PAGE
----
OEMs will need to integrate a wider ecosystem related to payment, credit checks and subscription management – just to skim the surface. Experiences that are established in other industries need to be seamless for the automotive customer.

To avoid a long strategy phase it’s important to understand the journey towards automotive commerce as agile. In the digital world, the only constant is change, so the operational model needs to be built for change.

To de-risk innovation in an uncertain environment, IBM has a proven operational model called IBM Garage. The agile framework brings together interdisciplinary teams across the organization in a guided schema. Within the three phases of Co-Create, Co-Execute and Co-Operate IBM teams work side-by-side with our clients and other partners to design, implement and operate a digital solution applying agile methodologies and years of learning.

Just recently a Forrester study validated the impact of the approach identifying a 102% RoI of Garage engagement with 10x more innovative ideas and a 2.5 to 3.2x faster per-project payback and 3x faster time to market.

Build and run the solution with a new paradigm: A headless approach
Answering the question, how future digital automotive commerce solutions should look like from a technology standpoint, OEMs need a flexible, open architecture to start small and scale fast to avoid technical lock-in. A point-to-point integration of internal systems and relevant external ecosystems can devolve into a nightmare of complexity and interdependency.

Traditionally, e-commerce implementations are either “content-led” or “commerce-led”. Commerce-led patterns allow transactional sites to ramp up quickly, often using templated storefronts. Alternatively, customized content-led sites can be painstakingly assembled in content management systems (CMS) and look stunning. But they can be costly to develop, implement and maintain. Both approaches lead to vendor lock-in and add complexity to system support requirements.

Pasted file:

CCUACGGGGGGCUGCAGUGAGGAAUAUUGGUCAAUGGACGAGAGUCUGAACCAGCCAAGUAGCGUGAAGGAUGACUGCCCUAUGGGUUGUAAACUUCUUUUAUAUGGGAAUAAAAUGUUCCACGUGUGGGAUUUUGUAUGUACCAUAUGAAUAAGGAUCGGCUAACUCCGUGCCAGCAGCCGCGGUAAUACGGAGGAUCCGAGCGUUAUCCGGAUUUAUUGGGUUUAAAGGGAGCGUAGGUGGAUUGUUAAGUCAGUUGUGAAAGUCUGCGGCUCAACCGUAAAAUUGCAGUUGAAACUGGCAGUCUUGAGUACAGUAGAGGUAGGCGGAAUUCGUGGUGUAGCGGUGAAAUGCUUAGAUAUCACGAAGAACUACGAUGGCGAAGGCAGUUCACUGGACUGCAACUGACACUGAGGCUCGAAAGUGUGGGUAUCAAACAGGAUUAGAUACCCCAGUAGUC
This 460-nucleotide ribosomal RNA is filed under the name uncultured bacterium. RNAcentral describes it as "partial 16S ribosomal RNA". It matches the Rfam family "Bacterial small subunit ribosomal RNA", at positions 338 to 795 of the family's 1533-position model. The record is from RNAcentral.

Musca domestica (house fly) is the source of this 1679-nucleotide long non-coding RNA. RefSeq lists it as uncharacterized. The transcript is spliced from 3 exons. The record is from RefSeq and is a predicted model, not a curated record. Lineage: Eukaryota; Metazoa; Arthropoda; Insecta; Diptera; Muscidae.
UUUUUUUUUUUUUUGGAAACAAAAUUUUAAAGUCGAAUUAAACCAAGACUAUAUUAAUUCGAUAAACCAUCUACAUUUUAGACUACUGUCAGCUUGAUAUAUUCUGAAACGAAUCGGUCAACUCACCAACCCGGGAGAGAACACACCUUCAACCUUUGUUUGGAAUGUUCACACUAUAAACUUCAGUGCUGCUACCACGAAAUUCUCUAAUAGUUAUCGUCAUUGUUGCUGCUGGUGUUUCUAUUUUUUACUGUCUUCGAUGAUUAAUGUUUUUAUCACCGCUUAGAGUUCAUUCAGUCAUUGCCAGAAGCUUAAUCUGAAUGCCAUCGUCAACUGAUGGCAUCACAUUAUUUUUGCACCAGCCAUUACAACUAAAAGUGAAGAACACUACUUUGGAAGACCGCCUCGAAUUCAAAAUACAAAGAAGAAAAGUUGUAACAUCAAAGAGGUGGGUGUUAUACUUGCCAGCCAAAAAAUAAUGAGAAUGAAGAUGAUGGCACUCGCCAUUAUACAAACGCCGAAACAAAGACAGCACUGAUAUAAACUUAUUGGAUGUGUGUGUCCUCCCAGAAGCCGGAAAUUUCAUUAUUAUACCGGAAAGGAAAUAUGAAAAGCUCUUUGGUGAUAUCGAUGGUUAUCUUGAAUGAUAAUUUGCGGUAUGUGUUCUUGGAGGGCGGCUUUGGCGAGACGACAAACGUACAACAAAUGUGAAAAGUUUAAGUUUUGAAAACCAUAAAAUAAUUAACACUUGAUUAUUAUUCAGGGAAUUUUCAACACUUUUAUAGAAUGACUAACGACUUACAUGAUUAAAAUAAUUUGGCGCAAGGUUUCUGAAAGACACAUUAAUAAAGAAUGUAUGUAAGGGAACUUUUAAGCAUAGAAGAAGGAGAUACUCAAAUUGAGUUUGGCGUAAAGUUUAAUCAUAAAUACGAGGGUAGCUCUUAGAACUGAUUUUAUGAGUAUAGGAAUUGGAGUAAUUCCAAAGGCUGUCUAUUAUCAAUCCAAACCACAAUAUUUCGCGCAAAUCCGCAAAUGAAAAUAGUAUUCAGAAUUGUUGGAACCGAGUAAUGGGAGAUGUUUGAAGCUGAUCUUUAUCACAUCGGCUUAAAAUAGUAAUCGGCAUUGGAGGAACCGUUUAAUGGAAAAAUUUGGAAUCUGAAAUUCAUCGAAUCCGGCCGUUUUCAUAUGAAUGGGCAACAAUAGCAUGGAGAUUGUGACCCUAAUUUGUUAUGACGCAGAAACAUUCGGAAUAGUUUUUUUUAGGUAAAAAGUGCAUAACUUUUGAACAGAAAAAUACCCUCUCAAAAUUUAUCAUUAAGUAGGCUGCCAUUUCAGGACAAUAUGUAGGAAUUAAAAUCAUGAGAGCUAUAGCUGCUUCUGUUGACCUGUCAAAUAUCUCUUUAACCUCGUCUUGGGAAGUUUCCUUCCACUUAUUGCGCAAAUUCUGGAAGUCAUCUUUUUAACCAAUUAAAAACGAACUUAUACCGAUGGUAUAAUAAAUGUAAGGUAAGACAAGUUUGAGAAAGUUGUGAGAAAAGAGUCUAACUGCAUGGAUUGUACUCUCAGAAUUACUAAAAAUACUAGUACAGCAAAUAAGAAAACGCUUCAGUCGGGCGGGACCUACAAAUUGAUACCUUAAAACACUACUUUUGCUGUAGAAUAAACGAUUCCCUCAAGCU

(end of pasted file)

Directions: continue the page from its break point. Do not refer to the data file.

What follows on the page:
Instead of this traditional approach, we are seeing the emergence of headless patterns for automotive commerce. Headless commerce creates a sophisticated set of adapters between the front- and back-end layers, so neither depends on the other. This breaks potential commerce use cases into atomic components. These can be accessed or grouped in combinations to provide for virtually any number of use cases, using the same back-end. Adapters could call out to commerce, content, pricing, logistics, or third-party services – everything OEMs need to provide a commerce-focused experience. A headless approach even permits swapping among commerce back-ends, or using different packages in different markets, and this without noticeable variations.

Working with our clients to accelerate their automotive commerce journey IBM’s Experience Orchestrator for automotive provides a set of pre-built platform adapters and containerized frontend components. The platform adapters and a standardized data-model connect to the most relevant customer success platforms such as Adobe, Salesforce and Zuora. Frontend-wise there are templates for product descriptions, financing, my account components and many more and as they are part of a headless architecture, they are independent of specific CRM, CMS or Commerce system.

As the automotive industry is increasing the speed towards digital automotive commerce, we are looking forward supporting this journey with IBM’s proven framework for automotive commerce plus our services and technology expertise.

Dr. Wolfgang Eckelt, High Performance | Top Company Guide